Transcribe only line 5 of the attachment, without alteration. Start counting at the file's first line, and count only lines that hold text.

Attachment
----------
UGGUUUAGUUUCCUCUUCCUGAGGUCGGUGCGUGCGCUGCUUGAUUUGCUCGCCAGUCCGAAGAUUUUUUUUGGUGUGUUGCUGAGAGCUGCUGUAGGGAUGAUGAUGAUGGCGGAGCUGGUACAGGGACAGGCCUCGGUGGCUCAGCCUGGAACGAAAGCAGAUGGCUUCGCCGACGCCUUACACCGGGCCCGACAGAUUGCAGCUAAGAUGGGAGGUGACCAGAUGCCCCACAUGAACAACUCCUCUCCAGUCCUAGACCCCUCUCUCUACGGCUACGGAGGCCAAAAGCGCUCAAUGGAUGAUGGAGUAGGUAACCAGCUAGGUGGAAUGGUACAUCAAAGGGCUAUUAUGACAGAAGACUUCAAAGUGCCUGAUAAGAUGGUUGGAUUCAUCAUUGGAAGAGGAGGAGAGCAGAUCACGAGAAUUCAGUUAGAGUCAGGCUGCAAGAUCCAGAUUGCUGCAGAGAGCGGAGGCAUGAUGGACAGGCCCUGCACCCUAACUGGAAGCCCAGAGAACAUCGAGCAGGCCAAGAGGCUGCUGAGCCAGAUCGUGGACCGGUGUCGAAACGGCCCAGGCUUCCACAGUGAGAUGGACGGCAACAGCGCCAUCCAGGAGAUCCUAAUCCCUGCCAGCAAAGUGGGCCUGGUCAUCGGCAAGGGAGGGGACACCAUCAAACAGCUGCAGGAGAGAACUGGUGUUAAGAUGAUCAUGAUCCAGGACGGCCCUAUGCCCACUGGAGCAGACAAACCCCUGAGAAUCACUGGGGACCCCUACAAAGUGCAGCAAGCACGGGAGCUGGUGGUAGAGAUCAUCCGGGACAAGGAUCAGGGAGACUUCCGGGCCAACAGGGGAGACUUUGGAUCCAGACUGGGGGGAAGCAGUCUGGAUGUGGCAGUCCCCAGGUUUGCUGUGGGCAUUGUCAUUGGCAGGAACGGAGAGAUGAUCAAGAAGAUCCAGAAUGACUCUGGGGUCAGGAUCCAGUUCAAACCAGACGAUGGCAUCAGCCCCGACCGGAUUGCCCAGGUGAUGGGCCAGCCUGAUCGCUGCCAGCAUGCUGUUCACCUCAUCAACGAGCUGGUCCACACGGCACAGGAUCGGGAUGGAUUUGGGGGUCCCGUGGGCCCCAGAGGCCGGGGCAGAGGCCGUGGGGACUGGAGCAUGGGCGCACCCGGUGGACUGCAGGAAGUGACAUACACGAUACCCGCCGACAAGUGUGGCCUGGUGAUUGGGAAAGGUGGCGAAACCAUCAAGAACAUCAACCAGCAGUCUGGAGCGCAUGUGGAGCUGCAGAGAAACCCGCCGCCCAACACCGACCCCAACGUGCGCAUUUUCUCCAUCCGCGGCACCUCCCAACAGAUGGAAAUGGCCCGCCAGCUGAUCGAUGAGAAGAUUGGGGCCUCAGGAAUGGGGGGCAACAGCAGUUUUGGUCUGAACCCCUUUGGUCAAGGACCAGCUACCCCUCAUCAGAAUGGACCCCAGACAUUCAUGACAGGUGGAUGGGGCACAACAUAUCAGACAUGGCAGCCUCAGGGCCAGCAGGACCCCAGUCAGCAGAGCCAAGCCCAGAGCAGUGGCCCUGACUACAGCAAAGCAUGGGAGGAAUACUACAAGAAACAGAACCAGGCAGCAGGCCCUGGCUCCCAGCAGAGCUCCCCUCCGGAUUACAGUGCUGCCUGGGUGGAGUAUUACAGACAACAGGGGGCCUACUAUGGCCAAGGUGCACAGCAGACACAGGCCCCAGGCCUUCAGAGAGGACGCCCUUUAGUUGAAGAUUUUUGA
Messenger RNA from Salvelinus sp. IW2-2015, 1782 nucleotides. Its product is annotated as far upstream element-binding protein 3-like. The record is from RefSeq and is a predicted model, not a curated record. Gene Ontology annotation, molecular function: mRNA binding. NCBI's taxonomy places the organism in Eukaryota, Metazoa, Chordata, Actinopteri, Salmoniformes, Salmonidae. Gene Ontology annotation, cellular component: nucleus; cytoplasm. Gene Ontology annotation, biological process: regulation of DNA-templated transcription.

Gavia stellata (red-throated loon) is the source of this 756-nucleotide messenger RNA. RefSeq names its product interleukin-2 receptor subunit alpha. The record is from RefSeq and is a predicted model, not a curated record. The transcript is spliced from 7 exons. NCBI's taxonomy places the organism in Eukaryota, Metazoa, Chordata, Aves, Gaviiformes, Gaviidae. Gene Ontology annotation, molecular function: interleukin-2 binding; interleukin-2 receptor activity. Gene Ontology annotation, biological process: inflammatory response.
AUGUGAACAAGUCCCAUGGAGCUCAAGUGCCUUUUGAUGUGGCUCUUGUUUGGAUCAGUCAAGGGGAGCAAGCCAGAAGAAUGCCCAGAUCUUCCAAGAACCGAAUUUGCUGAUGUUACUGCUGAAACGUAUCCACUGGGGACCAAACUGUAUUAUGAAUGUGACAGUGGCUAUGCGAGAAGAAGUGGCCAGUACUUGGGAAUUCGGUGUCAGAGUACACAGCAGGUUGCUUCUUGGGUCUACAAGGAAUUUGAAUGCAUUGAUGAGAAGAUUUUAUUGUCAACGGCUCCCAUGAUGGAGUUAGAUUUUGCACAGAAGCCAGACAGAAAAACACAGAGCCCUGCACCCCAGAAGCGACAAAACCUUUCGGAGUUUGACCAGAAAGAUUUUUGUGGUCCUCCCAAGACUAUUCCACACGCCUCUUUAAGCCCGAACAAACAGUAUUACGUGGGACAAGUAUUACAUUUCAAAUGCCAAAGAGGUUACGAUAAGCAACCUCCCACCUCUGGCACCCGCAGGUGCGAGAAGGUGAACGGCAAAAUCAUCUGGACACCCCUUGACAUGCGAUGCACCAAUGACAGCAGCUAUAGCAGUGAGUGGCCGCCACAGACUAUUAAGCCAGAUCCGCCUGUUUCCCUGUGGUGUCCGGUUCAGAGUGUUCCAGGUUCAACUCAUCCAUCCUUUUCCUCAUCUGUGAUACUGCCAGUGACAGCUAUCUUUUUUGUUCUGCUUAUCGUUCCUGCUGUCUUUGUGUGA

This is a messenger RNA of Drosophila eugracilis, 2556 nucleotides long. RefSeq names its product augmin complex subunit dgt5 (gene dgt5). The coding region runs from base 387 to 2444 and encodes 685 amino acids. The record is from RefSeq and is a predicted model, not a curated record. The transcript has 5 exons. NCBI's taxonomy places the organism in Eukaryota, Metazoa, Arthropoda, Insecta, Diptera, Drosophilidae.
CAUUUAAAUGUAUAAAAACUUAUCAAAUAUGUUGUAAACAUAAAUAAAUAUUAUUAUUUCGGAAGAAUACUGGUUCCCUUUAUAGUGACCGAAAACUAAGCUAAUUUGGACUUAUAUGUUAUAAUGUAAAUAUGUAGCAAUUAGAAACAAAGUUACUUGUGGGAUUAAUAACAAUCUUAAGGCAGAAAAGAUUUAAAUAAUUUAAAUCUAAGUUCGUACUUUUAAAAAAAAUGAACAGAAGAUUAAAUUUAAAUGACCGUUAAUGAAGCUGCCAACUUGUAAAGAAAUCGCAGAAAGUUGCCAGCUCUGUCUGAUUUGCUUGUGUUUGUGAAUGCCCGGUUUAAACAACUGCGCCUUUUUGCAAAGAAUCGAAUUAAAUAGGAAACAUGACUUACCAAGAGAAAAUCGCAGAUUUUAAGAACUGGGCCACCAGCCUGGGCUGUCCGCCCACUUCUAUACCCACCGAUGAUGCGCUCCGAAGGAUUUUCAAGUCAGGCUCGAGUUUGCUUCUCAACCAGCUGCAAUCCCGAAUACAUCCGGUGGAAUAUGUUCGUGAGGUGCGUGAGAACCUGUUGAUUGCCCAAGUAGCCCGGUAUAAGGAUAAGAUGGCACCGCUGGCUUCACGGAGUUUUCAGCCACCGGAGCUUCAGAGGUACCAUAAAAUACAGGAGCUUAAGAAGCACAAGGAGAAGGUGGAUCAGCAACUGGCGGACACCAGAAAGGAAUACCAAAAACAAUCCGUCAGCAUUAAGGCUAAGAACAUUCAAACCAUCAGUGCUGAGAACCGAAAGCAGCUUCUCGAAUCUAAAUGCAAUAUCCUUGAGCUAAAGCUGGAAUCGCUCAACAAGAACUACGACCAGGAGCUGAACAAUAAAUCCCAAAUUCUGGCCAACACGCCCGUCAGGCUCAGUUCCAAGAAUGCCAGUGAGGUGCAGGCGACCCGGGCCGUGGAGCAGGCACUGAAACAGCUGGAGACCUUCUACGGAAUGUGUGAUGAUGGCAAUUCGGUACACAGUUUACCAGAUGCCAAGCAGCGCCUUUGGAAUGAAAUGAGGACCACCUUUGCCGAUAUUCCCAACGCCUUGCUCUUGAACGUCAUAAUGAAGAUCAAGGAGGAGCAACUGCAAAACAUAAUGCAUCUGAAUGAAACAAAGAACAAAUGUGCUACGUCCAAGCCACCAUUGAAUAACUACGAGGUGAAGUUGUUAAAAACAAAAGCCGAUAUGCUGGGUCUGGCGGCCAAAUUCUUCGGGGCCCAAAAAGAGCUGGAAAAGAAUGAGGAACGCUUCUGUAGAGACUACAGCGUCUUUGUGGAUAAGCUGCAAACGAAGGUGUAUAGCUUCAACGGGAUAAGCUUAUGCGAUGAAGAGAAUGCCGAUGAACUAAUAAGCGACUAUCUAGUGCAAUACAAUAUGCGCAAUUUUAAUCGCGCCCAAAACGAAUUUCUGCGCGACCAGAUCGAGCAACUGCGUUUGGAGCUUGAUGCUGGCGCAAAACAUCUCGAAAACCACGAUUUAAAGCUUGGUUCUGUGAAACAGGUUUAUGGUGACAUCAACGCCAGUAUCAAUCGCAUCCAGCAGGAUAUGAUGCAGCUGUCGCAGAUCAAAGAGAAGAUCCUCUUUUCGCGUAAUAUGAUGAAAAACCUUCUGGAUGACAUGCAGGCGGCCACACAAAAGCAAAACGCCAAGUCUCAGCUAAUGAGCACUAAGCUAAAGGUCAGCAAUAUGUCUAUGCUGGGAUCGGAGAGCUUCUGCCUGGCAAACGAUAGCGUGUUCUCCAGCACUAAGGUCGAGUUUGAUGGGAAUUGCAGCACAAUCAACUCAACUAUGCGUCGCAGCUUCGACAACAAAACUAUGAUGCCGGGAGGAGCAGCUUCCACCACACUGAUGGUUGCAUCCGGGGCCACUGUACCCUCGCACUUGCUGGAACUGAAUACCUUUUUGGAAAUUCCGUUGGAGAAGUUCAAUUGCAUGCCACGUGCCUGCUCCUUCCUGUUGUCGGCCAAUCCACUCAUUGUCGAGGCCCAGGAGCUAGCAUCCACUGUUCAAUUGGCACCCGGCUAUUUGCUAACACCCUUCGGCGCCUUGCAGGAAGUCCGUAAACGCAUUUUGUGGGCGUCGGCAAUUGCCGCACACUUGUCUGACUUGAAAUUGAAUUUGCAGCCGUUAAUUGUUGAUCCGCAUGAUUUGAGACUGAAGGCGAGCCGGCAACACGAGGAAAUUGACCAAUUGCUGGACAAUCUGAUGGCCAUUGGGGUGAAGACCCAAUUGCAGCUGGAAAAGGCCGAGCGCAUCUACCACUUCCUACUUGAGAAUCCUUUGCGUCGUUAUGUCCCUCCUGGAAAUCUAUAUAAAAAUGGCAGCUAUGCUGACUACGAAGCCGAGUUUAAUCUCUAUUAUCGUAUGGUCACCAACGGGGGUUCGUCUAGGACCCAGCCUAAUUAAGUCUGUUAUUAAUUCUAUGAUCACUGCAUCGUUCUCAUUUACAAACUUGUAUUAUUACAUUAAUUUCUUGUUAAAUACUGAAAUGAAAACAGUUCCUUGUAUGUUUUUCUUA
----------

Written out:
This is a messenger RNA of Drosophila eugracilis, 2556 nucleotides long. RefSeq names its product augmin complex subunit dgt5 (gene dgt5). The coding region runs from base 387 to 2444 and encodes 685 amino acids. The record is from RefSeq and is a predicted model, not a curated record. The transcript has 5 exons. NCBI's taxonomy places the organism in Eukaryota, Metazoa, Arthropoda, Insecta, Diptera, Drosophilidae.